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Let it go. 5 ways to improve your unsubscribe experience

As an email marketeer, it’s quite hard to see the number of unsubscribes after you’ve sent out a campaign. It might seem dramatic sometimes, but in reality, an unsubscribe isn’t the end of the world. It’s better to see a number of contacts unsubscribe than getting that dreadful ‘other option’: seeing that they labeled your campaign as spam…

Because being marked as spam hurts your deliverability, while unsubscribes don’t. They’re going to happen no matter what you do. So you might as well make the experience as positive as possible both for you and your subscribers. Let’s see how you can do that.

1. Let contacts unsubscribe in less than two clicks

When people click the unsubscribe button, make sure they can leave the list quickly. There’s no need to add any further obstacles. Ideally, the unsubscribe process should be swift and painless: you provide a link in your email that, when you click it, either automatically unsubscribes your contact or asks for a final confirmation. Additionally, you can redirect them to a final landing page that lets your former contact know that unsubscribe process was successful. Asking your unsubscriber for more than two clicks will annoy them and may even make them click the spam reporting link on your email. And we don’t want that to happen, do we?

2. Encourage contacts to opt-down instead of opt-out

Give your subscribers the choice to opt-down. Instead of letting them unsubscribe completely, offer them the chance to opt-down to a lesser frequency, or take a break from your emails for a period of time. Here’s a terrific example:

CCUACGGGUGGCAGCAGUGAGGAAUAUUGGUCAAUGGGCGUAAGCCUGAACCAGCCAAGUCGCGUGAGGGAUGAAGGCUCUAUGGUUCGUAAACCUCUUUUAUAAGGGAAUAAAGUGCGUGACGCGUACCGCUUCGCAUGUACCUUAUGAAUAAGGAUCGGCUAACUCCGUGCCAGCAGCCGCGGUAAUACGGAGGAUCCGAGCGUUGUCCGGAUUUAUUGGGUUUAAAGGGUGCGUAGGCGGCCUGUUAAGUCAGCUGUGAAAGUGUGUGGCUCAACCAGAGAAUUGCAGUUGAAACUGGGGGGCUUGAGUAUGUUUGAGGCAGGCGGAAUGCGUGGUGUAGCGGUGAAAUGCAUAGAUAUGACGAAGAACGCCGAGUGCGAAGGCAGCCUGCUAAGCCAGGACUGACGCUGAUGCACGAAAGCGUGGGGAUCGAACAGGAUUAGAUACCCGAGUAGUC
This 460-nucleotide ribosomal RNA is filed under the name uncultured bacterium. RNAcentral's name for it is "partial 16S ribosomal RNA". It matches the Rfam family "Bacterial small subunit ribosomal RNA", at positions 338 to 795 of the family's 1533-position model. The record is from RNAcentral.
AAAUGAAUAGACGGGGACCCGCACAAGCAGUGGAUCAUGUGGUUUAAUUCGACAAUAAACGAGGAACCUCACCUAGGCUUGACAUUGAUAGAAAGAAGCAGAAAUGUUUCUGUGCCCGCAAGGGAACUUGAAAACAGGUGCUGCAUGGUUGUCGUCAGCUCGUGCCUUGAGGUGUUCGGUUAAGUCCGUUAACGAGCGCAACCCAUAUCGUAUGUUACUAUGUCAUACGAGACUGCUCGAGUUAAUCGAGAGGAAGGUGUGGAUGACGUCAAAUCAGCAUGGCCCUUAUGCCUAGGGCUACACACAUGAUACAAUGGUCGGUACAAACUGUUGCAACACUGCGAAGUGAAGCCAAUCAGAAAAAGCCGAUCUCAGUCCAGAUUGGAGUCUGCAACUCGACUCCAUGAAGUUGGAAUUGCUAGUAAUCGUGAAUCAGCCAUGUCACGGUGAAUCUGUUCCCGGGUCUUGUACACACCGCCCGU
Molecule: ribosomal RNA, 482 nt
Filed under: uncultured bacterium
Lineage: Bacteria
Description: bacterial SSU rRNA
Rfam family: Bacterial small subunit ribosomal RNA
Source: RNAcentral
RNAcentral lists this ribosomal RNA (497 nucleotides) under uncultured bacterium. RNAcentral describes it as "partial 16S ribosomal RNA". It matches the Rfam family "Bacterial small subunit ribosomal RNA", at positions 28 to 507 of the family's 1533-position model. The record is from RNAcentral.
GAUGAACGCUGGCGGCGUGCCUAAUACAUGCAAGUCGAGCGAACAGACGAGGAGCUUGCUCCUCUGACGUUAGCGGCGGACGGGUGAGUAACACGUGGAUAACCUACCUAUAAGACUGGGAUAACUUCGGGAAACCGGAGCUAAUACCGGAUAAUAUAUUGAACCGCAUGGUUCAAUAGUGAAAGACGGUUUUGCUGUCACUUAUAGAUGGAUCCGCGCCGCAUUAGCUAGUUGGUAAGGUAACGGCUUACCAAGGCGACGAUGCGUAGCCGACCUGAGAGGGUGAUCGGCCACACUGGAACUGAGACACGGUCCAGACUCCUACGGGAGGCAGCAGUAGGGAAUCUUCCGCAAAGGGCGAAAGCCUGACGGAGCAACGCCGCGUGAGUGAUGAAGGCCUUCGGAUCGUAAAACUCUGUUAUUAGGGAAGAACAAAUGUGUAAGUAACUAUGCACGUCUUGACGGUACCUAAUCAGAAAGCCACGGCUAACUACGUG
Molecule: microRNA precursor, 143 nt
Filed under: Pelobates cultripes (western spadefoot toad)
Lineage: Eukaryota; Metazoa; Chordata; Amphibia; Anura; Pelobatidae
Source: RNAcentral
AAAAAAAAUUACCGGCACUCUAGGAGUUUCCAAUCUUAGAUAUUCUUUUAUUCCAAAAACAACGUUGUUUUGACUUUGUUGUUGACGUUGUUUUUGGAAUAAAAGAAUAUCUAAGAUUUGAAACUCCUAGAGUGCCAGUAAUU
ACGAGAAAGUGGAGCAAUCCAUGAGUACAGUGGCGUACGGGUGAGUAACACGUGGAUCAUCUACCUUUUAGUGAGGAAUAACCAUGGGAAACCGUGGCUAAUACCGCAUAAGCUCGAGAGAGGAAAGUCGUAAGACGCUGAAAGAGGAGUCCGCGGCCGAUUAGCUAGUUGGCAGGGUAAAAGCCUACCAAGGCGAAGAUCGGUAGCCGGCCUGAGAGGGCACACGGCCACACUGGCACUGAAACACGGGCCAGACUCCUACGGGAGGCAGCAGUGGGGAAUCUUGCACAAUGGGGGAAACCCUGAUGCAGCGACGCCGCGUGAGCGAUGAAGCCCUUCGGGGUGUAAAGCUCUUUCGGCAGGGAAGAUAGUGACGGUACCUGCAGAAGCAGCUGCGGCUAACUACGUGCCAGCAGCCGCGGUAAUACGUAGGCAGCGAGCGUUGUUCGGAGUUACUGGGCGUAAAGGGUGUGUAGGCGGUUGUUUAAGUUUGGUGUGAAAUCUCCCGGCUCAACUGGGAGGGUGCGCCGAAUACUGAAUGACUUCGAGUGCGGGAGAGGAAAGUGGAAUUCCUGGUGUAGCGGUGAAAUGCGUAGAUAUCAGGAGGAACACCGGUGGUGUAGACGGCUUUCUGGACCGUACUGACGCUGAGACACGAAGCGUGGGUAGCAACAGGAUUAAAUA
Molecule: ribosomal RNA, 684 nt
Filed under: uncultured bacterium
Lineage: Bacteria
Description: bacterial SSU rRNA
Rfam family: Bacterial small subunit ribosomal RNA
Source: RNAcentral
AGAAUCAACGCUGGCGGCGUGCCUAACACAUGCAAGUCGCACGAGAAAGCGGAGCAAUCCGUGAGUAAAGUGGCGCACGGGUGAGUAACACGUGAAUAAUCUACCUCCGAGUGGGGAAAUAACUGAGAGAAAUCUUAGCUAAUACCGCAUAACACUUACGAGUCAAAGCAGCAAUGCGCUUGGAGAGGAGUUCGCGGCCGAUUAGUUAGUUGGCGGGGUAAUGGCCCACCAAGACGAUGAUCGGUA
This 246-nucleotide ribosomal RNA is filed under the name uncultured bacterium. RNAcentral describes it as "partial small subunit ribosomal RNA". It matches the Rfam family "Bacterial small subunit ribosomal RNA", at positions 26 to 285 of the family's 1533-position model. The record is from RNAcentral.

unsubscribe23. Implement an email preference center

Preference centers are the best alternative for an indefinite unsubscribe to all email communication. It gives your contacts the opportunity to tailor your emails based on their needs, instead of unsubscribing. A cleverly structured preference center can help focus on the kind of content your audience wants to receive. This is particularly useful for subscribers who are still interested in your email communication, but feel they are receiving too many emails. Take a cue from Booking.com.

unsub4. Promote your social channels on your unsubscribe confirmation page

Just because a user doesn’t want to receive your email communication anymore, doesn’t necessarily mean that they don’t like you anymore. Or that they don’t want to hear from you through other channels. Perhaps email just isn’t right for them. That’s why it’s best to promote your social channels on your unsubscribe page and encourage users to follow you elsewhere. This is how Postmark keeps their unsubscribers in the loop.

unsubscribe_confirmation5. Don’t ask customers to log in to their account to unsubscribe

You shouldn’t ask users to login to their account to be removed from a mailing list. It’s a drag. Setting up barriers in the unsubscribe process will most likely result in users hitting the dreaded spam reporting button.

6. Ban the confirm unsubscribe email after an unsubscribe

Sending a final email to someone who has just let you know that them don’t want to receive any of your email communication is a no-go. It’s like you are just not respecting the wishes of your unsubscribers. Avoid a faux pas like this and you’re heading in the right direction!

Conclusion

Don’t want your unsubscribers to click the report spam button? Provide your subscribers with a smooth unsubscribe process. See if there’ a way to gently guide them through a preference center or an opt-down opportunity so they can let you know what they really need (and expect) from your email communication.

 

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Posted on
Jul 3, 2019